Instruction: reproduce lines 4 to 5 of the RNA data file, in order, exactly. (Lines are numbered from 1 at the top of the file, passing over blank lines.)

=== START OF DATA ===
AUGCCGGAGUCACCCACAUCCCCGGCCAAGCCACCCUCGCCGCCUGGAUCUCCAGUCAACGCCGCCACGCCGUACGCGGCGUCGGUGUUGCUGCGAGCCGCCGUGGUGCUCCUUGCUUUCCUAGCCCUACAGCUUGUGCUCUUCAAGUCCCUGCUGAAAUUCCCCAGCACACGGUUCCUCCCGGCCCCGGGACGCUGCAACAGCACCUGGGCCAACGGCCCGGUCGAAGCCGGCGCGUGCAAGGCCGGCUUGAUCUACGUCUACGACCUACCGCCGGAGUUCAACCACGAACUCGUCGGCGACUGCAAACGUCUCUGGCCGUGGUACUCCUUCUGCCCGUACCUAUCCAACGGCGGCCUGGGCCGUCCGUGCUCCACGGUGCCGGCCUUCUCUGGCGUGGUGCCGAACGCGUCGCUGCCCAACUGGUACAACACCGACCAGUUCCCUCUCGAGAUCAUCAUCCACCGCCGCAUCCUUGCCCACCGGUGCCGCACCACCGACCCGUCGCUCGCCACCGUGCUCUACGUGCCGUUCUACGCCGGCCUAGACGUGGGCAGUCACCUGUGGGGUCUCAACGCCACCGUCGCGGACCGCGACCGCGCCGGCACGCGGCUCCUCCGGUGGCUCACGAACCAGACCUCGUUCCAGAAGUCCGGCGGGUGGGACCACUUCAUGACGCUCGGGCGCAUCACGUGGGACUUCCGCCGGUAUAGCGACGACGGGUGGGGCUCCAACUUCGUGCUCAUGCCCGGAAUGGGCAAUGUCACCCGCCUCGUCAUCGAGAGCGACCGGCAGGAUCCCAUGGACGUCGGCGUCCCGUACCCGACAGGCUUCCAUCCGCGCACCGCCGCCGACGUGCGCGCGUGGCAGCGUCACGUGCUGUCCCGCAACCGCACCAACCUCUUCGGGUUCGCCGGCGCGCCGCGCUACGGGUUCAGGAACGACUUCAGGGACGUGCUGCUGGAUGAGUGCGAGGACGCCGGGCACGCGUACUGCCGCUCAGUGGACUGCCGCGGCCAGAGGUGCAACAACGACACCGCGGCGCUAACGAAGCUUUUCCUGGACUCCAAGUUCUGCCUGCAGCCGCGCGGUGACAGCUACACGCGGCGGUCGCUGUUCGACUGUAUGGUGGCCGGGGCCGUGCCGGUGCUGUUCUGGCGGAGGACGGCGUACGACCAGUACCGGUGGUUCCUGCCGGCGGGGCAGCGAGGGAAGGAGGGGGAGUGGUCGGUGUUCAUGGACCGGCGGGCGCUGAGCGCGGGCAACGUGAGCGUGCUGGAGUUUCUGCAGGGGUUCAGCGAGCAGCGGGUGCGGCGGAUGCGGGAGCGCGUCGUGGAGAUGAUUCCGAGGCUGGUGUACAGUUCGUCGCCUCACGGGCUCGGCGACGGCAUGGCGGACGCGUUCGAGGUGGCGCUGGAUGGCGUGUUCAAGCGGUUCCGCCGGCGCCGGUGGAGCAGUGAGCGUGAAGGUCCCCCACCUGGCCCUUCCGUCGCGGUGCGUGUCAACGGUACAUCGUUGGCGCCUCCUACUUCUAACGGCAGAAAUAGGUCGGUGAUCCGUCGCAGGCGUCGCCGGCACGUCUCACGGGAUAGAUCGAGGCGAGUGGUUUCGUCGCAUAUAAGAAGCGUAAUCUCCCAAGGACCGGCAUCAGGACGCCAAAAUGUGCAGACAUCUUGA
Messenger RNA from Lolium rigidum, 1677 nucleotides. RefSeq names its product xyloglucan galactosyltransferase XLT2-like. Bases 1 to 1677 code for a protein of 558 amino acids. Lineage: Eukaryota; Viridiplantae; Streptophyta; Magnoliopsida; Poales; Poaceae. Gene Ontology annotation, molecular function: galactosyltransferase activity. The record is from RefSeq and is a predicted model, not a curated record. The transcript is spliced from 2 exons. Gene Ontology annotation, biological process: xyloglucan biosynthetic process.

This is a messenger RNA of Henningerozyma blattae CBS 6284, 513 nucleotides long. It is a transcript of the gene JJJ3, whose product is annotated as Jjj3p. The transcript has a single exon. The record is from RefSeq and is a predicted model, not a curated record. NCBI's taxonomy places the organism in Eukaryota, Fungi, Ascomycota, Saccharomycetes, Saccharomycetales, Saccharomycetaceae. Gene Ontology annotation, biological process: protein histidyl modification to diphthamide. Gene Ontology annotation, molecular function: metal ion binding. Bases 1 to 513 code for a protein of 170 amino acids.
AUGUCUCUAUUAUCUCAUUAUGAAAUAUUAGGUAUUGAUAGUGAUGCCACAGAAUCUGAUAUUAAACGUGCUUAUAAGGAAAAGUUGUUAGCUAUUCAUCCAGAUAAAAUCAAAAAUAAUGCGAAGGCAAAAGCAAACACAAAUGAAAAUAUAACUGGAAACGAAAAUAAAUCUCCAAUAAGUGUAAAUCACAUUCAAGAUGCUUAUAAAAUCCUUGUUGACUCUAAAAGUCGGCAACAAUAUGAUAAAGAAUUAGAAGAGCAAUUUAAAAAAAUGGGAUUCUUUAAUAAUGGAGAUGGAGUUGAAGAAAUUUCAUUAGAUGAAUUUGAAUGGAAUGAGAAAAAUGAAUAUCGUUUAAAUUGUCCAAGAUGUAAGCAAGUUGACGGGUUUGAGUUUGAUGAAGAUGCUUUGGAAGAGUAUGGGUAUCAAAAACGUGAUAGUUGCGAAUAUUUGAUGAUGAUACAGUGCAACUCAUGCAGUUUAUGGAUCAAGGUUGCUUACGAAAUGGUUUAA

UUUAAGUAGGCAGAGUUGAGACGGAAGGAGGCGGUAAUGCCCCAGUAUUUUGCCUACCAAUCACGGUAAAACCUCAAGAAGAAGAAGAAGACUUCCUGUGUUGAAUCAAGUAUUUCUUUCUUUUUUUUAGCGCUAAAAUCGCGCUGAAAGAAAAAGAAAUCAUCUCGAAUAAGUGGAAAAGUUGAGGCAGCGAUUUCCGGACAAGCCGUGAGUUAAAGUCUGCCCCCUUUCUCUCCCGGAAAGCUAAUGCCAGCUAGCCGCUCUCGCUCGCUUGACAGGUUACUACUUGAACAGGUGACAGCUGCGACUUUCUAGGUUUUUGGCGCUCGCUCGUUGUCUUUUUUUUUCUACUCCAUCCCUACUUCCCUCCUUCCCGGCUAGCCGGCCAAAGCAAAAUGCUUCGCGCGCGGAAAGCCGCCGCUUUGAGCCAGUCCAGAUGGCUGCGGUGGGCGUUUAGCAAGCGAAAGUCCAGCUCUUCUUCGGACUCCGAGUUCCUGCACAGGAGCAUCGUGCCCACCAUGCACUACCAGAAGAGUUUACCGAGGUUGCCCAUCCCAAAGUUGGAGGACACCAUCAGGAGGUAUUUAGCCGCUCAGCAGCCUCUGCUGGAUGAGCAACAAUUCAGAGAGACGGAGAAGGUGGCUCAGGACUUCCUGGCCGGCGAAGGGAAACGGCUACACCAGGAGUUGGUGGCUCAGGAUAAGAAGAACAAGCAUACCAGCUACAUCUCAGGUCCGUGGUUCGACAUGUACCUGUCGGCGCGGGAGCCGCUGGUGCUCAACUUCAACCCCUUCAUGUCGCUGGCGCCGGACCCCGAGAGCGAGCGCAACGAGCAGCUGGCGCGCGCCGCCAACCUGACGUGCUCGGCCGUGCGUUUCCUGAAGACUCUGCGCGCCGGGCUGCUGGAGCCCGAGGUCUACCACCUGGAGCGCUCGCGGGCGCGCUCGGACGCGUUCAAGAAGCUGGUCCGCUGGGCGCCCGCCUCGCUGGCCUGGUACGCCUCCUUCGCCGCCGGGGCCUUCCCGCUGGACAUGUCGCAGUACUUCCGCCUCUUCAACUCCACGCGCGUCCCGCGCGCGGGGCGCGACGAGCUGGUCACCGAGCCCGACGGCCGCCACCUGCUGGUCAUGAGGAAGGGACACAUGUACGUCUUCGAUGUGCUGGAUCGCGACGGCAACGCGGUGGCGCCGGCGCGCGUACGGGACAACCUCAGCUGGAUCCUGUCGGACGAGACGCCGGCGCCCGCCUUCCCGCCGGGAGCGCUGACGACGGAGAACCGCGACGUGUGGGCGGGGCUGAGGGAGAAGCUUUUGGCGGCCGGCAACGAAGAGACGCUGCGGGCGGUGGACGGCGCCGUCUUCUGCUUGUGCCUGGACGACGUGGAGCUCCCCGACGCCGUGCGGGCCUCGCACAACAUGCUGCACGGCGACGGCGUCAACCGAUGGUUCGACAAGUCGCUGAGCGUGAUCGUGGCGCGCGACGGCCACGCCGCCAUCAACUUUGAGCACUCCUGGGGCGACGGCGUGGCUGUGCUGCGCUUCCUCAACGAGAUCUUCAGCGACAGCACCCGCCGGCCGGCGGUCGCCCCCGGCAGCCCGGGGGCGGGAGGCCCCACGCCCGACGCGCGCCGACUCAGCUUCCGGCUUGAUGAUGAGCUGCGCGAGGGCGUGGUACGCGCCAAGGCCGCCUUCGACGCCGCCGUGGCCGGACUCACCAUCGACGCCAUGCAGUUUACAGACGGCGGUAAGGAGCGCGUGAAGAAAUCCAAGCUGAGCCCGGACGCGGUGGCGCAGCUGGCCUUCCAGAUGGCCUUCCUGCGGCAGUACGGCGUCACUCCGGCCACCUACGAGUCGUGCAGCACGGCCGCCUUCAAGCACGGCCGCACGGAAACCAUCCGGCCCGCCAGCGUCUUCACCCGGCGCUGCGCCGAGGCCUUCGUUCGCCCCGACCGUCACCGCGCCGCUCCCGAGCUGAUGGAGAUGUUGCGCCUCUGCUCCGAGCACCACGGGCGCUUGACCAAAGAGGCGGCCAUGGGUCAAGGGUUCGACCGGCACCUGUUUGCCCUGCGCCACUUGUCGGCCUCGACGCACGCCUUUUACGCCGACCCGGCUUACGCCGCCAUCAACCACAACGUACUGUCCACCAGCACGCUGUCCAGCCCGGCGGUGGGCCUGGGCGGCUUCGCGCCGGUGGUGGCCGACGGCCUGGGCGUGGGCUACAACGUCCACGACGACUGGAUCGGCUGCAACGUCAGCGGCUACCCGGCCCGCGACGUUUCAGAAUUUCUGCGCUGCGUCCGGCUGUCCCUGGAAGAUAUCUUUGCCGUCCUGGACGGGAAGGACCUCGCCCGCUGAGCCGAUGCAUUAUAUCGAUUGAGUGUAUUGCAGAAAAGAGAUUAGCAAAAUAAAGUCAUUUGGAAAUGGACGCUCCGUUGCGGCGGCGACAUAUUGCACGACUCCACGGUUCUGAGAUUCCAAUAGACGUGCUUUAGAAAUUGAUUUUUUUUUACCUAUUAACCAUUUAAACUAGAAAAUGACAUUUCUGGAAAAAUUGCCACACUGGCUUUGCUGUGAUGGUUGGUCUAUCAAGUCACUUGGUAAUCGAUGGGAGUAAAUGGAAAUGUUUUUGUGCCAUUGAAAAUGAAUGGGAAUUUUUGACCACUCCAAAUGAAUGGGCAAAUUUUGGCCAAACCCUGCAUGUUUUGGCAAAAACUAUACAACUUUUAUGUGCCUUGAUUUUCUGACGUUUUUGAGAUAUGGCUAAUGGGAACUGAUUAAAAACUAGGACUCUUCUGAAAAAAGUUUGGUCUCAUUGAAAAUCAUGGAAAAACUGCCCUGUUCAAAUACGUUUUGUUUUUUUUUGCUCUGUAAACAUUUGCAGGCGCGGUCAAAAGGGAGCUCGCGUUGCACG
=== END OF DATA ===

AUGUCUCUAUUAUCUCAUUAUGAAAUAUUAGGUAUUGAUAGUGAUGCCACAGAAUCUGAUAUUAAACGUGCUUAUAAGGAAAAGUUGUUAGCUAUUCAUCCAGAUAAAAUCAAAAAUAAUGCGAAGGCAAAAGCAAACACAAAUGAAAAUAUAACUGGAAACGAAAAUAAAUCUCCAAUAAGUGUAAAUCACAUUCAAGAUGCUUAUAAAAUCCUUGUUGACUCUAAAAGUCGGCAACAAUAUGAUAAAGAAUUAGAAGAGCAAUUUAAAAAAAUGGGAUUCUUUAAUAAUGGAGAUGGAGUUGAAGAAAUUUCAUUAGAUGAAUUUGAAUGGAAUGAGAAAAAUGAAUAUCGUUUAAAUUGUCCAAGAUGUAAGCAAGUUGACGGGUUUGAGUUUGAUGAAGAUGCUUUGGAAGAGUAUGGGUAUCAAAAACGUGAUAGUUGCGAAUAUUUGAUGAUGAUACAGUGCAACUCAUGCAGUUUAUGGAUCAAGGUUGCUUACGAAAUGGUUUAA

UUUAAGUAGGCAGAGUUGAGACGGAAGGAGGCGGUAAUGCCCCAGUAUUUUGCCUACCAAUCACGGUAAAACCUCAAGAAGAAGAAGAAGACUUCCUGUGUUGAAUCAAGUAUUUCUUUCUUUUUUUUAGCGCUAAAAUCGCGCUGAAAGAAAAAGAAAUCAUCUCGAAUAAGUGGAAAAGUUGAGGCAGCGAUUUCCGGACAAGCCGUGAGUUAAAGUCUGCCCCCUUUCUCUCCCGGAAAGCUAAUGCCAGCUAGCCGCUCUCGCUCGCUUGACAGGUUACUACUUGAACAGGUGACAGCUGCGACUUUCUAGGUUUUUGGCGCUCGCUCGUUGUCUUUUUUUUUCUACUCCAUCCCUACUUCCCUCCUUCCCGGCUAGCCGGCCAAAGCAAAAUGCUUCGCGCGCGGAAAGCCGCCGCUUUGAGCCAGUCCAGAUGGCUGCGGUGGGCGUUUAGCAAGCGAAAGUCCAGCUCUUCUUCGGACUCCGAGUUCCUGCACAGGAGCAUCGUGCCCACCAUGCACUACCAGAAGAGUUUACCGAGGUUGCCCAUCCCAAAGUUGGAGGACACCAUCAGGAGGUAUUUAGCCGCUCAGCAGCCUCUGCUGGAUGAGCAACAAUUCAGAGAGACGGAGAAGGUGGCUCAGGACUUCCUGGCCGGCGAAGGGAAACGGCUACACCAGGAGUUGGUGGCUCAGGAUAAGAAGAACAAGCAUACCAGCUACAUCUCAGGUCCGUGGUUCGACAUGUACCUGUCGGCGCGGGAGCCGCUGGUGCUCAACUUCAACCCCUUCAUGUCGCUGGCGCCGGACCCCGAGAGCGAGCGCAACGAGCAGCUGGCGCGCGCCGCCAACCUGACGUGCUCGGCCGUGCGUUUCCUGAAGACUCUGCGCGCCGGGCUGCUGGAGCCCGAGGUCUACCACCUGGAGCGCUCGCGGGCGCGCUCGGACGCGUUCAAGAAGCUGGUCCGCUGGGCGCCCGCCUCGCUGGCCUGGUACGCCUCCUUCGCCGCCGGGGCCUUCCCGCUGGACAUGUCGCAGUACUUCCGCCUCUUCAACUCCACGCGCGUCCCGCGCGCGGGGCGCGACGAGCUGGUCACCGAGCCCGACGGCCGCCACCUGCUGGUCAUGAGGAAGGGACACAUGUACGUCUUCGAUGUGCUGGAUCGCGACGGCAACGCGGUGGCGCCGGCGCGCGUACGGGACAACCUCAGCUGGAUCCUGUCGGACGAGACGCCGGCGCCCGCCUUCCCGCCGGGAGCGCUGACGACGGAGAACCGCGACGUGUGGGCGGGGCUGAGGGAGAAGCUUUUGGCGGCCGGCAACGAAGAGACGCUGCGGGCGGUGGACGGCGCCGUCUUCUGCUUGUGCCUGGACGACGUGGAGCUCCCCGACGCCGUGCGGGCCUCGCACAACAUGCUGCACGGCGACGGCGUCAACCGAUGGUUCGACAAGUCGCUGAGCGUGAUCGUGGCGCGCGACGGCCACGCCGCCAUCAACUUUGAGCACUCCUGGGGCGACGGCGUGGCUGUGCUGCGCUUCCUCAACGAGAUCUUCAGCGACAGCACCCGCCGGCCGGCGGUCGCCCCCGGCAGCCCGGGGGCGGGAGGCCCCACGCCCGACGCGCGCCGACUCAGCUUCCGGCUUGAUGAUGAGCUGCGCGAGGGCGUGGUACGCGCCAAGGCCGCCUUCGACGCCGCCGUGGCCGGACUCACCAUCGACGCCAUGCAGUUUACAGACGGCGGUAAGGAGCGCGUGAAGAAAUCCAAGCUGAGCCCGGACGCGGUGGCGCAGCUGGCCUUCCAGAUGGCCUUCCUGCGGCAGUACGGCGUCACUCCGGCCACCUACGAGUCGUGCAGCACGGCCGCCUUCAAGCACGGCCGCACGGAAACCAUCCGGCCCGCCAGCGUCUUCACCCGGCGCUGCGCCGAGGCCUUCGUUCGCCCCGACCGUCACCGCGCCGCUCCCGAGCUGAUGGAGAUGUUGCGCCUCUGCUCCGAGCACCACGGGCGCUUGACCAAAGAGGCGGCCAUGGGUCAAGGGUUCGACCGGCACCUGUUUGCCCUGCGCCACUUGUCGGCCUCGACGCACGCCUUUUACGCCGACCCGGCUUACGCCGCCAUCAACCACAACGUACUGUCCACCAGCACGCUGUCCAGCCCGGCGGUGGGCCUGGGCGGCUUCGCGCCGGUGGUGGCCGACGGCCUGGGCGUGGGCUACAACGUCCACGACGACUGGAUCGGCUGCAACGUCAGCGGCUACCCGGCCCGCGACGUUUCAGAAUUUCUGCGCUGCGUCCGGCUGUCCCUGGAAGAUAUCUUUGCCGUCCUGGACGGGAAGGACCUCGCCCGCUGAGCCGAUGCAUUAUAUCGAUUGAGUGUAUUGCAGAAAAGAGAUUAGCAAAAUAAAGUCAUUUGGAAAUGGACGCUCCGUUGCGGCGGCGACAUAUUGCACGACUCCACGGUUCUGAGAUUCCAAUAGACGUGCUUUAGAAAUUGAUUUUUUUUUACCUAUUAACCAUUUAAACUAGAAAAUGACAUUUCUGGAAAAAUUGCCACACUGGCUUUGCUGUGAUGGUUGGUCUAUCAAGUCACUUGGUAAUCGAUGGGAGUAAAUGGAAAUGUUUUUGUGCCAUUGAAAAUGAAUGGGAAUUUUUGACCACUCCAAAUGAAUGGGCAAAUUUUGGCCAAACCCUGCAUGUUUUGGCAAAAACUAUACAACUUUUAUGUGCCUUGAUUUUCUGACGUUUUUGAGAUAUGGCUAAUGGGAACUGAUUAAAAACUAGGACUCUUCUGAAAAAAGUUUGGUCUCAUUGAAAAUCAUGGAAAAACUGCCCUGUUCAAAUACGUUUUGUUUUUUUUUGCUCUGUAAACAUUUGCAGGCGCGGUCAAAAGGGAGCUCGCGUUGCACG